The Meaning of Marriage

In two years I’ll have taught in seminary for half my life. Many professors who have taught for a while develop catch phrases or inspirational sayings that are suitable for framing. Here’s mine: “The sand of heresy in the oyster of orthodoxy produces the pearl of right doctrine.”

I know, right? The point of this silly saying is that heresy serves a function. It prompts us to develop orthodoxy. If what they are saying is wrong, then what is right? We respond to error by studying and savoring the truth.

In the fourth century, Arius’ mistaken view on Jesus provoked the church to develop our doctrine of the Trinity. In the sixteenth century, the Roman Catholic Church’s corruption, sacerdotal system, and justification by grace and works prompted the Reformers to develop our Protestant doctrine of authority, sacraments, and justification by faith alone. And today’s confusion about humanity, including what is a man and what is a woman, is an opportunity for us to examine and appreciate why God made us as he did.

Our culture’s current confusion is dangerous. We are destroying the foundation of civilization. Until very recently, no culture questioned the definition of male, female, and marriage. Everyone from east to west, north to south, Muslim, Buddhist, Hindu, and what have you assumed basic biological facts. Now all of it seems up for grabs.

This is scary. But it’s also an opportunity for us to present a positive case for sex and marriage. No one thought to do this before because no one questioned this before. As the fourth century ended with a better understanding of the trinity, and the sixteenth century ended with a better understanding of salvation, so our generation should end with a heightened understanding of sex and marriage.

To this end, two weeks ago I posted a section from my recent sermon that discussed the differences between men and women. Today, I’ll post a brief section from our church’s new confession. Since sex is patterned after our triune God (Gen 1:27), I took the glory of the Father, the beauty of the Son, and the power of the Spirit as starting points for understanding the glory, beauty, and power of marriage. As time allows, I hope that myself or others might develop this further.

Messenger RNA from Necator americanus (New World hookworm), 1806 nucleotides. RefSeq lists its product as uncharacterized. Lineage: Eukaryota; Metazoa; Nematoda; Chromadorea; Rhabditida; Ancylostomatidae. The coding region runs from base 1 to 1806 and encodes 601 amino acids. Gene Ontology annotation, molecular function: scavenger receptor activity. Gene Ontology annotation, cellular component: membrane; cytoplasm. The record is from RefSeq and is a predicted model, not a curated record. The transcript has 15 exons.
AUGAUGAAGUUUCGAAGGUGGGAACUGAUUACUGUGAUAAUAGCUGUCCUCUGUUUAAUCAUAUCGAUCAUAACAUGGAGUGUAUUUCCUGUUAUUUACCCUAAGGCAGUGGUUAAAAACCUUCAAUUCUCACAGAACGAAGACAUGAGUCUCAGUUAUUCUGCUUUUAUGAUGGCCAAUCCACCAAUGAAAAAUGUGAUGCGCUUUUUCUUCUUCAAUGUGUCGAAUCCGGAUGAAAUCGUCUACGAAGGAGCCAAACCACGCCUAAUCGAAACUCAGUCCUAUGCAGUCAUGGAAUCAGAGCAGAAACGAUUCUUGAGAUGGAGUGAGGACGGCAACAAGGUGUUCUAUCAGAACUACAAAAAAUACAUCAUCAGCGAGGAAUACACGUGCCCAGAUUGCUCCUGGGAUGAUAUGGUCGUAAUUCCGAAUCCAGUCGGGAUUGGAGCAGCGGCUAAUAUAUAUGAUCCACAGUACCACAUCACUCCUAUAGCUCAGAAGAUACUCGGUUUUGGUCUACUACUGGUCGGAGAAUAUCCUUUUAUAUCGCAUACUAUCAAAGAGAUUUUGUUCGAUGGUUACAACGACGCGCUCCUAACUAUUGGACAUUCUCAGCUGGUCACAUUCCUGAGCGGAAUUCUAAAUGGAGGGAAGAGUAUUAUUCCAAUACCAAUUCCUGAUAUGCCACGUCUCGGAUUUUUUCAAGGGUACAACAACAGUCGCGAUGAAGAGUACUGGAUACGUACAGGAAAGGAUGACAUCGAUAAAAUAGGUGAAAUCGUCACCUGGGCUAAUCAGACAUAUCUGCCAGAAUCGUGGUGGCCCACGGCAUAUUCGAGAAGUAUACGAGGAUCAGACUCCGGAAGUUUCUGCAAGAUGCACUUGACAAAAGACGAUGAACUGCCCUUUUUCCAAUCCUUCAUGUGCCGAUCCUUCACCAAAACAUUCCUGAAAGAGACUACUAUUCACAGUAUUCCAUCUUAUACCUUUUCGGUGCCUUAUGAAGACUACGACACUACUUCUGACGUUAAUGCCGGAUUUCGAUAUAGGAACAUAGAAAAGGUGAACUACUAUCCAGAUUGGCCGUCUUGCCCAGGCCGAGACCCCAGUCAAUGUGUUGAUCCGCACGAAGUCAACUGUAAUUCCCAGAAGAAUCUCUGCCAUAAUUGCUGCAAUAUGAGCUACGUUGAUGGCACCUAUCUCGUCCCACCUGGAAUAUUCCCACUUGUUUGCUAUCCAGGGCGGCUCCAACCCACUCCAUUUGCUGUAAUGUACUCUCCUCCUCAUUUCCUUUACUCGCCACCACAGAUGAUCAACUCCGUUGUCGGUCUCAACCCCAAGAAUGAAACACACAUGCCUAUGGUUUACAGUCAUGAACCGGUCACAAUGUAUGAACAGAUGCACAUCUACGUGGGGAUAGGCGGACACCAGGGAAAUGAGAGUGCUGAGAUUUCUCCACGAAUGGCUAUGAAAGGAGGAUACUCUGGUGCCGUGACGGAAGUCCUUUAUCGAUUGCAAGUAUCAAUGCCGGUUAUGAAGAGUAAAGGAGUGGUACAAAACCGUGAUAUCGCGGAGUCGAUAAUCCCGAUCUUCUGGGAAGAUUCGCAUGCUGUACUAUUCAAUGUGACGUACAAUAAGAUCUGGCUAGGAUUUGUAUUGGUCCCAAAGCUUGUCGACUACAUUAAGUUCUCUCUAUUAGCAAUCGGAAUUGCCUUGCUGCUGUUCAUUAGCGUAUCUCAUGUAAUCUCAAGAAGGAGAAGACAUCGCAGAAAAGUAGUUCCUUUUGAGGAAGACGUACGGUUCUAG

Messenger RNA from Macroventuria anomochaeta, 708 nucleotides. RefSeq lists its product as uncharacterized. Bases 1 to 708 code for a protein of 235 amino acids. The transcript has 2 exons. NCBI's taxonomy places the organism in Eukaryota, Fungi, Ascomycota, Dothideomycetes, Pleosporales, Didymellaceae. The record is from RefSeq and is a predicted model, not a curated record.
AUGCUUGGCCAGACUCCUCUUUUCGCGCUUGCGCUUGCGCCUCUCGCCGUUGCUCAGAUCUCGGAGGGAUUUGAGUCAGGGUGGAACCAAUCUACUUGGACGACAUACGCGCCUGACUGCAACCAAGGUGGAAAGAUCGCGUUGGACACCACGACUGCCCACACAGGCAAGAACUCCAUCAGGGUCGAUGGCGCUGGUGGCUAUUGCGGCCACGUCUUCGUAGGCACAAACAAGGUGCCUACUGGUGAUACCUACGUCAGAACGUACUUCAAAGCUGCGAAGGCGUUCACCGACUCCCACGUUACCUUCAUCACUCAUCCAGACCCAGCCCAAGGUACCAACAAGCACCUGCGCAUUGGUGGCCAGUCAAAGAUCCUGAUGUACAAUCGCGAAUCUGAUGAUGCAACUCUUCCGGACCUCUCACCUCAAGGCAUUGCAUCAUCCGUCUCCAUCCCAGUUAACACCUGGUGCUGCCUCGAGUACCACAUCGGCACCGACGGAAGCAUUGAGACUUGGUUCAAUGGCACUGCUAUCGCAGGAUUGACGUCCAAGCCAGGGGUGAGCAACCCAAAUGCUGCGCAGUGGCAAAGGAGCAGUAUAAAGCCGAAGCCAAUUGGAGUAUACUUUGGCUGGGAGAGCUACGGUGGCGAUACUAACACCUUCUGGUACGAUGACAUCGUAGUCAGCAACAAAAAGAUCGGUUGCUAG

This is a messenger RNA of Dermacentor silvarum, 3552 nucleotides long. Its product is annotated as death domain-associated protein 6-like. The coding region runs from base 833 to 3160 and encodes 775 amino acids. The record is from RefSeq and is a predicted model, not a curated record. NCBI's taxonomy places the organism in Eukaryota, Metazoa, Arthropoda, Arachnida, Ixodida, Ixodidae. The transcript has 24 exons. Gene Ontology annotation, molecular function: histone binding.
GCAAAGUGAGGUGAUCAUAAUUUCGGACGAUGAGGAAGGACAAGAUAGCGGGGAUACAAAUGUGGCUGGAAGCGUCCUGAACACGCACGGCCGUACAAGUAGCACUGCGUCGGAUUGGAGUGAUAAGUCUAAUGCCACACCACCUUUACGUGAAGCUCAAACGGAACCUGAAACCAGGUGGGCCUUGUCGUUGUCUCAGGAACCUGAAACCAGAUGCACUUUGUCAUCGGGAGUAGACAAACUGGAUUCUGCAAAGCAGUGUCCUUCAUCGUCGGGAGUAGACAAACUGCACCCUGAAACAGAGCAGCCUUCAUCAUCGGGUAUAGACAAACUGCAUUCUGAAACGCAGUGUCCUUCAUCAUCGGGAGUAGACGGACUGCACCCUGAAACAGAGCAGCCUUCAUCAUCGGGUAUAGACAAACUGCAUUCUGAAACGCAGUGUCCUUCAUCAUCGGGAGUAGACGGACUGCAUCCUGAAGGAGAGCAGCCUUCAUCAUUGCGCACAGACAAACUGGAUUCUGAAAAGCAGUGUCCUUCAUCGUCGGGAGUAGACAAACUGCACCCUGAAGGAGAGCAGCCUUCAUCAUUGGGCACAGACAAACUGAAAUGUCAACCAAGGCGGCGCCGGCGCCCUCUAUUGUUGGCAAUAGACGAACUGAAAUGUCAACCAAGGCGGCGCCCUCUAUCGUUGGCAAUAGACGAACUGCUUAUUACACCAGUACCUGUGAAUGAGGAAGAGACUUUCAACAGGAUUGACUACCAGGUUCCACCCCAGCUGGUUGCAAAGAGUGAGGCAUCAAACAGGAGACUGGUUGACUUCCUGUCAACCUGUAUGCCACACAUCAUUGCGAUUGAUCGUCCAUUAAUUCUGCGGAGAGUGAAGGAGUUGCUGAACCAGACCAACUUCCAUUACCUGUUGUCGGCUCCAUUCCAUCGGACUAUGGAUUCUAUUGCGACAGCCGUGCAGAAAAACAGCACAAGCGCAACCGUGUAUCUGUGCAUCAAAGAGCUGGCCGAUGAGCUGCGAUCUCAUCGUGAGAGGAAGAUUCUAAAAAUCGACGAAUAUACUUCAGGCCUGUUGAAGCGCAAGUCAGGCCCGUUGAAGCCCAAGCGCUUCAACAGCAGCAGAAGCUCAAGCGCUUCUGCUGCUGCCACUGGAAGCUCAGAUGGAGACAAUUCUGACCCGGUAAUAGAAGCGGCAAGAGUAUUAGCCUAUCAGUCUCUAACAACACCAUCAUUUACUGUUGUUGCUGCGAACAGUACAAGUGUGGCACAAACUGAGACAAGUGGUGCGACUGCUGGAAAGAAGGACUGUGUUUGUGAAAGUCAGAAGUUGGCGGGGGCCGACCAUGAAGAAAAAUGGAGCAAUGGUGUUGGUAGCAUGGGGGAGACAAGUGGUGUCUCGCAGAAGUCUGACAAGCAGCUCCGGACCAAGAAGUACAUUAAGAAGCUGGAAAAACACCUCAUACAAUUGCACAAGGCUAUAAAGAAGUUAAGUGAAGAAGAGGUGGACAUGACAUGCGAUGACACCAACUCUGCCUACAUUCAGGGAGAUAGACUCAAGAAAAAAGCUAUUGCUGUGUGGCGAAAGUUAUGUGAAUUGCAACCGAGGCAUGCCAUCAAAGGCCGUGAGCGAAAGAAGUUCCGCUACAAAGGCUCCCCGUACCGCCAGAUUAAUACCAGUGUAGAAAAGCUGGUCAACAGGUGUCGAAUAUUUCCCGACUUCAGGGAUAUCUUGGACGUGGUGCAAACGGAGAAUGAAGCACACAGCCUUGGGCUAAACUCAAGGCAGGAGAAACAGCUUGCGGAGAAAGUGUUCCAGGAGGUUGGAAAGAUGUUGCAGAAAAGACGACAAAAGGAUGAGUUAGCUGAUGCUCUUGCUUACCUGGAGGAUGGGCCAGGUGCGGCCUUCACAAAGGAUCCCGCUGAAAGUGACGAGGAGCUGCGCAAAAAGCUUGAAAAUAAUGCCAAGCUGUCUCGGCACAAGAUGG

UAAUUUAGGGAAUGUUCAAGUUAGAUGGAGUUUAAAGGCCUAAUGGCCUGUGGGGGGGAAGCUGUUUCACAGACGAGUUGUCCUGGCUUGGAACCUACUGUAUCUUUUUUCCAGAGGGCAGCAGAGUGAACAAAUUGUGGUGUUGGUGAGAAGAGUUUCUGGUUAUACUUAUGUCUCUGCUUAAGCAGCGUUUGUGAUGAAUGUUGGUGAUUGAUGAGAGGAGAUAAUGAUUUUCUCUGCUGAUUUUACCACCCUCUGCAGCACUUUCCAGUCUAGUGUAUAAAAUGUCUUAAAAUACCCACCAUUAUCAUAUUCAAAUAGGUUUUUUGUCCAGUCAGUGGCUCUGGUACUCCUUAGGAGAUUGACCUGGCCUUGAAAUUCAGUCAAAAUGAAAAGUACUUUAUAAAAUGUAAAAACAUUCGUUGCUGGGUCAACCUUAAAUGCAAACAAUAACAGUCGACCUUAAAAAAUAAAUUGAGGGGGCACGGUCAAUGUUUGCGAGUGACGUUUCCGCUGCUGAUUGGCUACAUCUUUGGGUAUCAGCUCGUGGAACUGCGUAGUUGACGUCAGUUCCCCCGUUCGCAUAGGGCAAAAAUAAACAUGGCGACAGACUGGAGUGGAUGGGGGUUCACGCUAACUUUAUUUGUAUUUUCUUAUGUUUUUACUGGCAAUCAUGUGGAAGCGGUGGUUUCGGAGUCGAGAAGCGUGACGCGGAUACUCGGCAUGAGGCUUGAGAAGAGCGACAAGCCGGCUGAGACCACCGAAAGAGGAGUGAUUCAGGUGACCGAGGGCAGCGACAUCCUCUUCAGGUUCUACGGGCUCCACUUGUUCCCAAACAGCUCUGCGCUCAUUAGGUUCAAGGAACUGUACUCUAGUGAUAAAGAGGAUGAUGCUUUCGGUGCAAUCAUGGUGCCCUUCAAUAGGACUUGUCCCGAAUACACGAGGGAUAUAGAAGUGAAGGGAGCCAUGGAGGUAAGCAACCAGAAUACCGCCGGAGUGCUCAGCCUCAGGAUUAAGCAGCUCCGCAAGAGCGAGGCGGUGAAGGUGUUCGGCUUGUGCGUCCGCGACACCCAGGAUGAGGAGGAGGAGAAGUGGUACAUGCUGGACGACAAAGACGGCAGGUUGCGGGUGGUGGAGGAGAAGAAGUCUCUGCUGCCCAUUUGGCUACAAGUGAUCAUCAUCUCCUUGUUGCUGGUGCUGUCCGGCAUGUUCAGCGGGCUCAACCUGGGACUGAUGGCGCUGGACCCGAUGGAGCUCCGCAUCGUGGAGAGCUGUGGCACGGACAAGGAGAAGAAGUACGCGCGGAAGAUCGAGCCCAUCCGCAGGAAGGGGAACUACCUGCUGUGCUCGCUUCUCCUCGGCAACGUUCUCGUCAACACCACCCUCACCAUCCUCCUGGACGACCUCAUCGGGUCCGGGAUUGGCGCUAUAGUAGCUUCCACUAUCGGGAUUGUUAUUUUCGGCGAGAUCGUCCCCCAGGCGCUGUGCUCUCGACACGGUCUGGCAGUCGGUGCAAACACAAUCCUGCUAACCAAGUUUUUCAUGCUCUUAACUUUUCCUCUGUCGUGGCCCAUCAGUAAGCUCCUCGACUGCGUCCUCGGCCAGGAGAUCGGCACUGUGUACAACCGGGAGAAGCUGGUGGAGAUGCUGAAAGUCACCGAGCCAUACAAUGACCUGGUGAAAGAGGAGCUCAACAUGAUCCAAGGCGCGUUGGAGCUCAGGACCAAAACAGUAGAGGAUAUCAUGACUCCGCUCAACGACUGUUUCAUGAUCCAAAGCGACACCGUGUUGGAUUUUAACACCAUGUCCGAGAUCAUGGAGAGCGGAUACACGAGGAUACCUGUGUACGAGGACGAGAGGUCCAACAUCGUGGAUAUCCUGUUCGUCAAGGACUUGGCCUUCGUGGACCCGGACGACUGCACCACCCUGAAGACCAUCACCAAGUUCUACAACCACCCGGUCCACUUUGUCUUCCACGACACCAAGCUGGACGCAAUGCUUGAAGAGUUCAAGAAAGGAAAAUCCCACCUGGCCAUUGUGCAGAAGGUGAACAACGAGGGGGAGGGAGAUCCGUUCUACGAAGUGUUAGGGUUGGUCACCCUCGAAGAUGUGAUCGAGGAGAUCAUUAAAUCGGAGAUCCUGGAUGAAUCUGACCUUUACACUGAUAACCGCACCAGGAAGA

Here’s the confession:

God created humans as male and female. Our bodies are more than temporary residences for our souls. Our bodies are a vital part of who we are. Our bodies indicate whether we are male and female, and these hard facts take precedence over our feelings. We reject the Gnostic impulse that devalues our bodies and the physical world. Rather, we gratefully choose to love our body as God’s precious gift; love our differences as male and female; and love the spouse that we have chosen.

Monogamous marriage between one man and one woman is glorious. Tender and self-giving sexual union within these covenant bonds is an earthly echo of the perichoretic, interwoven union of our triune God and of Christ and his church. All other sexual unions are dehumanizing and degrading, idolatrous parodies of our highest and most intimate pleasures.

Monogamous marriage between one man and one woman is beautiful. Sameness is redundant, tiresome, and fruitless, so God built complementary counterparts into creation: heaven and earth, day and night, evening and morning, land and sea, work and rest, winter and summer, and male and female.

Monogamous marriage between one man and one woman is powerful. Only heterosexual union can produce life, and only heterosexual marriage supplies the father and mother that children need to become socialized adults who lead their own stable families that serve the common good.








One response to “The Meaning of Marriage”

  1. Tim Miskimen

    Thank you for guiding and filling the discussion with biblical patterns. May we be brave enough to state the obvious for the protection of our families and most particularly women and children.

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